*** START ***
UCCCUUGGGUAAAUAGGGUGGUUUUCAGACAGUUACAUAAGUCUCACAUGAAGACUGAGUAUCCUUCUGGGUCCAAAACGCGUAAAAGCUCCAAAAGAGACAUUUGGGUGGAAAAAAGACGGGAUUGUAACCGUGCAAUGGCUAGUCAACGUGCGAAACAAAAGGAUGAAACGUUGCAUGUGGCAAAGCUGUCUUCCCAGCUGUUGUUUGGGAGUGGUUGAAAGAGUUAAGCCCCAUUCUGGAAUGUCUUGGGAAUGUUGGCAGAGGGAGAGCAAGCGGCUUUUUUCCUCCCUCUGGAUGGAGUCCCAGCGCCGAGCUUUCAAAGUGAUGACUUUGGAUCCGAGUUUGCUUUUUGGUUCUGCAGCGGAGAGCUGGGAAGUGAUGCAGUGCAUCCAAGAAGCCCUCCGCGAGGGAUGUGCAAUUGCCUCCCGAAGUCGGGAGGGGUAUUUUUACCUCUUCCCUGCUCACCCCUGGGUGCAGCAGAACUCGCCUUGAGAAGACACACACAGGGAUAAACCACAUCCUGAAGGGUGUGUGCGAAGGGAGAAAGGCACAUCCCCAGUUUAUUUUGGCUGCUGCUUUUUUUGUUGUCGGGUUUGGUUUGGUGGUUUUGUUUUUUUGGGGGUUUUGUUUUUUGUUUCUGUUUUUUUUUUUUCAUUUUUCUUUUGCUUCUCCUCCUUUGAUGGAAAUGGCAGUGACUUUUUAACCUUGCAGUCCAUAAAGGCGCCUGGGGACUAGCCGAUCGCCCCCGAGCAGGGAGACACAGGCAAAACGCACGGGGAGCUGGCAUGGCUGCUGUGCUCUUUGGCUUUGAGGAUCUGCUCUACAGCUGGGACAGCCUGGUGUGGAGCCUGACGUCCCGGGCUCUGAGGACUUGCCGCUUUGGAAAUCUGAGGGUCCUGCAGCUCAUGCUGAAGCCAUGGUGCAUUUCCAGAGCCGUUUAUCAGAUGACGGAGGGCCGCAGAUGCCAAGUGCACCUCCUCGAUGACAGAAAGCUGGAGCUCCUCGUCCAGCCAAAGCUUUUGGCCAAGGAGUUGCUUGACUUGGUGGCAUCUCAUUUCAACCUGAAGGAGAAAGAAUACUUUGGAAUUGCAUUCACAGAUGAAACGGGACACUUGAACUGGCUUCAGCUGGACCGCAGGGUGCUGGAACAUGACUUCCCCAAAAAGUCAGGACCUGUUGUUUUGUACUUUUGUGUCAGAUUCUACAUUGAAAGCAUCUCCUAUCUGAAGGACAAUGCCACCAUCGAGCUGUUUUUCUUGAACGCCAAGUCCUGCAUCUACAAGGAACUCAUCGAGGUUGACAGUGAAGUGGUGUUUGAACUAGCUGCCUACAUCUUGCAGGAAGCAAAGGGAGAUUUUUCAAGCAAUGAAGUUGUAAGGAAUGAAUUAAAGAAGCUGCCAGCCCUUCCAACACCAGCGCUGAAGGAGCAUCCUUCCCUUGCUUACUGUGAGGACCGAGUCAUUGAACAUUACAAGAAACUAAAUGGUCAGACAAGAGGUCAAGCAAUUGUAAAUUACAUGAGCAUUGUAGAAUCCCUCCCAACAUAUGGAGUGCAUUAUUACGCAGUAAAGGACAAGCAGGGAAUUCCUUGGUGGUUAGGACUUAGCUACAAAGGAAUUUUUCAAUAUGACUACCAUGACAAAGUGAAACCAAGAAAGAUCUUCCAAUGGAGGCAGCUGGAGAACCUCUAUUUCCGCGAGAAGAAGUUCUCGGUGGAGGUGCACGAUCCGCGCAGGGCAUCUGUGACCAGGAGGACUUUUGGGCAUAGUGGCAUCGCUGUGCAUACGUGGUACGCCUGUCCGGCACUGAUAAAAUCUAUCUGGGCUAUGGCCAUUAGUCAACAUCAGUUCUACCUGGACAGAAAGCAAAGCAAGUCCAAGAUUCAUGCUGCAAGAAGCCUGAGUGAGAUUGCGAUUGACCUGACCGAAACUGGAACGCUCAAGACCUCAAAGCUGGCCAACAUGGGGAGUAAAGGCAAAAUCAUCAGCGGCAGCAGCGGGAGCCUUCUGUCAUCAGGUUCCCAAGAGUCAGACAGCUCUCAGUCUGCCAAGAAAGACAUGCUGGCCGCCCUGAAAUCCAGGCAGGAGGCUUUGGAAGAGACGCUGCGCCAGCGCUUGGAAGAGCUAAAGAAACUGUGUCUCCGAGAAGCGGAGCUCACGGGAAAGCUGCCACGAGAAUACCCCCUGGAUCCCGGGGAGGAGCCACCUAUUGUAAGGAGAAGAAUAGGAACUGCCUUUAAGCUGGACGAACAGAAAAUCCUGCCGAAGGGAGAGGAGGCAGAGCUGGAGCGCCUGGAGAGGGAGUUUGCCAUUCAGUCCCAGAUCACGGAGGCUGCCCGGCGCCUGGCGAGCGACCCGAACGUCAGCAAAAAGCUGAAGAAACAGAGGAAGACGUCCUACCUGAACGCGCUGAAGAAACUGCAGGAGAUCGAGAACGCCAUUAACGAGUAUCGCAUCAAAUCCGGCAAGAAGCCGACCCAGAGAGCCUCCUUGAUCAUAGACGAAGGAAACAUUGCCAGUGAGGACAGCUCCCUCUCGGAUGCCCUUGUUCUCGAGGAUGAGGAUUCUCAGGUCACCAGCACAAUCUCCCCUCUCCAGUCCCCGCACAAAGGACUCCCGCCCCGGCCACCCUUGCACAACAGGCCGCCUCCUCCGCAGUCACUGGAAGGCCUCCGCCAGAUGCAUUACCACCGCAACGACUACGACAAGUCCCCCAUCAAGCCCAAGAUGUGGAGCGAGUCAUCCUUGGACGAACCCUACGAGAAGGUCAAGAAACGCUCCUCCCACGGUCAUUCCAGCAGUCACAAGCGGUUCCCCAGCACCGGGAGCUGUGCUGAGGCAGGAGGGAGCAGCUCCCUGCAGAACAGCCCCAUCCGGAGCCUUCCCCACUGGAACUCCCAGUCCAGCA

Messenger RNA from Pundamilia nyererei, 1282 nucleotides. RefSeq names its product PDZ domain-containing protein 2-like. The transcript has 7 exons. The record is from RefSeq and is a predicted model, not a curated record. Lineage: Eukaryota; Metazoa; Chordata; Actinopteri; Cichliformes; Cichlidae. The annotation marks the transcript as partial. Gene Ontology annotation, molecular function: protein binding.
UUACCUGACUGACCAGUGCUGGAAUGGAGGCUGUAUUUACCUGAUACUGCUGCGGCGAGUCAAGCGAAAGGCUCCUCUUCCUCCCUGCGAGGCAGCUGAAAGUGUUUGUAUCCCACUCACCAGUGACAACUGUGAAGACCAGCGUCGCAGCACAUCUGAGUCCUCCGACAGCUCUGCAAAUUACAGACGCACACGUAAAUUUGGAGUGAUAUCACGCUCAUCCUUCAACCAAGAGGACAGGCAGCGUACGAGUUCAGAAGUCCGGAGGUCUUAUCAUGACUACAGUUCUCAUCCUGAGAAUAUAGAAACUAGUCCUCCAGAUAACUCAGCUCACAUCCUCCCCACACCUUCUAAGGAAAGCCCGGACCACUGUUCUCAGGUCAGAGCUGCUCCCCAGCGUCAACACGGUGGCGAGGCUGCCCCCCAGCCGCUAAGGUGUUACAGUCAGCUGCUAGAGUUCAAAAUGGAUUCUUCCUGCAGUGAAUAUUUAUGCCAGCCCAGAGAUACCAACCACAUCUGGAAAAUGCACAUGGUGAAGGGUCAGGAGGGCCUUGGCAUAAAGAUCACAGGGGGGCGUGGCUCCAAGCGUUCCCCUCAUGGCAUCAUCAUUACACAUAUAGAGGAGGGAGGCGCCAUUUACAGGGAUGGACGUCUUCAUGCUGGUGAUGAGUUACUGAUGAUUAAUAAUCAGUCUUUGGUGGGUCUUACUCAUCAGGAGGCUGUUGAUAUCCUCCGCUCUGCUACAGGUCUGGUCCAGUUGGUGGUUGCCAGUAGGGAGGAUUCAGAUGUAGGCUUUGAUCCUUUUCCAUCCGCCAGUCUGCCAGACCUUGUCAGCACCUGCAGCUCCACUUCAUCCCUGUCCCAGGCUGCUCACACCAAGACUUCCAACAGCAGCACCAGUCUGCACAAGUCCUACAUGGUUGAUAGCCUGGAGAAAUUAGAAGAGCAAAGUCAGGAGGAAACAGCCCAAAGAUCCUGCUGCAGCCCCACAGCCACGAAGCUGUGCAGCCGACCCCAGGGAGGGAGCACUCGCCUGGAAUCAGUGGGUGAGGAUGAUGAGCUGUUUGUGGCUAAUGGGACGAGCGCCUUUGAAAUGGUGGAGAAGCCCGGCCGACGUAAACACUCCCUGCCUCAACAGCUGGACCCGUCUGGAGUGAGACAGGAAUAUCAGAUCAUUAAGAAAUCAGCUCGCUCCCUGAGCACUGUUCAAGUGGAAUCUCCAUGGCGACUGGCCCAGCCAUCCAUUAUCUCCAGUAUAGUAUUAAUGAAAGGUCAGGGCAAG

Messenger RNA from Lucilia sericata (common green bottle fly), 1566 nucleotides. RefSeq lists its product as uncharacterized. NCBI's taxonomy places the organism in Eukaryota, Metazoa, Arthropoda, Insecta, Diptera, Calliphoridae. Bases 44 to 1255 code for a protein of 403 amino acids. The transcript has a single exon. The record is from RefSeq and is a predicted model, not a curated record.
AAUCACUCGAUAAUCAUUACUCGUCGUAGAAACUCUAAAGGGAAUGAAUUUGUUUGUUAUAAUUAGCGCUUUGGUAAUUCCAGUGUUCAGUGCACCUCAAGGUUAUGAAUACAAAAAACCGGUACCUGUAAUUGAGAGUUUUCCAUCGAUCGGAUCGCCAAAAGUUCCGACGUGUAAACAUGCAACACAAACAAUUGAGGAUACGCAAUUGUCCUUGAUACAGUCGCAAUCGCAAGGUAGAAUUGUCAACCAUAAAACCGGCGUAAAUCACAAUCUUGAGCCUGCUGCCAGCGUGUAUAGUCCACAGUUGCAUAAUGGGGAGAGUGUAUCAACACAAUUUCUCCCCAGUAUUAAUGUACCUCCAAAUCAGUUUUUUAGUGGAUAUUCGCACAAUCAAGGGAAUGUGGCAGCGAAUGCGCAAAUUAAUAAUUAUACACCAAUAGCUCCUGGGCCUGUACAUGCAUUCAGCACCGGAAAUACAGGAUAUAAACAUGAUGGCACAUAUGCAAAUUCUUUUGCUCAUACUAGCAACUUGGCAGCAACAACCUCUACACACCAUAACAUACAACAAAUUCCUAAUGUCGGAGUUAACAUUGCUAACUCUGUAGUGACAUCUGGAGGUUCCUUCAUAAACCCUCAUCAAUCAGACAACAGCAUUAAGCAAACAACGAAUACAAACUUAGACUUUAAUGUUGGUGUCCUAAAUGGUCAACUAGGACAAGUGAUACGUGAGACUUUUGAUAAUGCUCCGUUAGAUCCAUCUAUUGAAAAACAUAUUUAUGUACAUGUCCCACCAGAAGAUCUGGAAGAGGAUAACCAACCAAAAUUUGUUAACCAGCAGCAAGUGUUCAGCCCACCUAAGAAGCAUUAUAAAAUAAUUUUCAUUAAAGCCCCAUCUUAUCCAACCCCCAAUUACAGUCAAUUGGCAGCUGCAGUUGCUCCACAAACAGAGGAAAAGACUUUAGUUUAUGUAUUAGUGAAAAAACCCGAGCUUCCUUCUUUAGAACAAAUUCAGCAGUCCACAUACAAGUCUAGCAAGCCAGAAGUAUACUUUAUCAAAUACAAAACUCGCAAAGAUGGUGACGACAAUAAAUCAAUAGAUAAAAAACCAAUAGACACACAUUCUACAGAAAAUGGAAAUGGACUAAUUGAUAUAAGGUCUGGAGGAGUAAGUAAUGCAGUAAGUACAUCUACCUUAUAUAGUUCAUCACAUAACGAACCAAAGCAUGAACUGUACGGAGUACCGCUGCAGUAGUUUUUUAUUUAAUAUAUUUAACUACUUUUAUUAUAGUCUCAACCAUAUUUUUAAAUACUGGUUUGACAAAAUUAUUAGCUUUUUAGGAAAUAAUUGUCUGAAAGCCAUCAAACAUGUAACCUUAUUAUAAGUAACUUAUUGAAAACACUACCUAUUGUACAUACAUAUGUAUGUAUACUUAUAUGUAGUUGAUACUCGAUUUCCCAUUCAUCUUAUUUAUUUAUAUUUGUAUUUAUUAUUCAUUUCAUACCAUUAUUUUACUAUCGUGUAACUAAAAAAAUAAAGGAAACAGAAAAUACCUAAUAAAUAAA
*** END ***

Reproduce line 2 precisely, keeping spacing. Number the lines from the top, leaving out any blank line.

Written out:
Messenger RNA from Pundamilia nyererei, 1282 nucleotides. RefSeq names its product PDZ domain-containing protein 2-like. The transcript has 7 exons. The record is from RefSeq and is a predicted model, not a curated record. Lineage: Eukaryota; Metazoa; Chordata; Actinopteri; Cichliformes; Cichlidae. The annotation marks the transcript as partial. Gene Ontology annotation, molecular function: protein binding.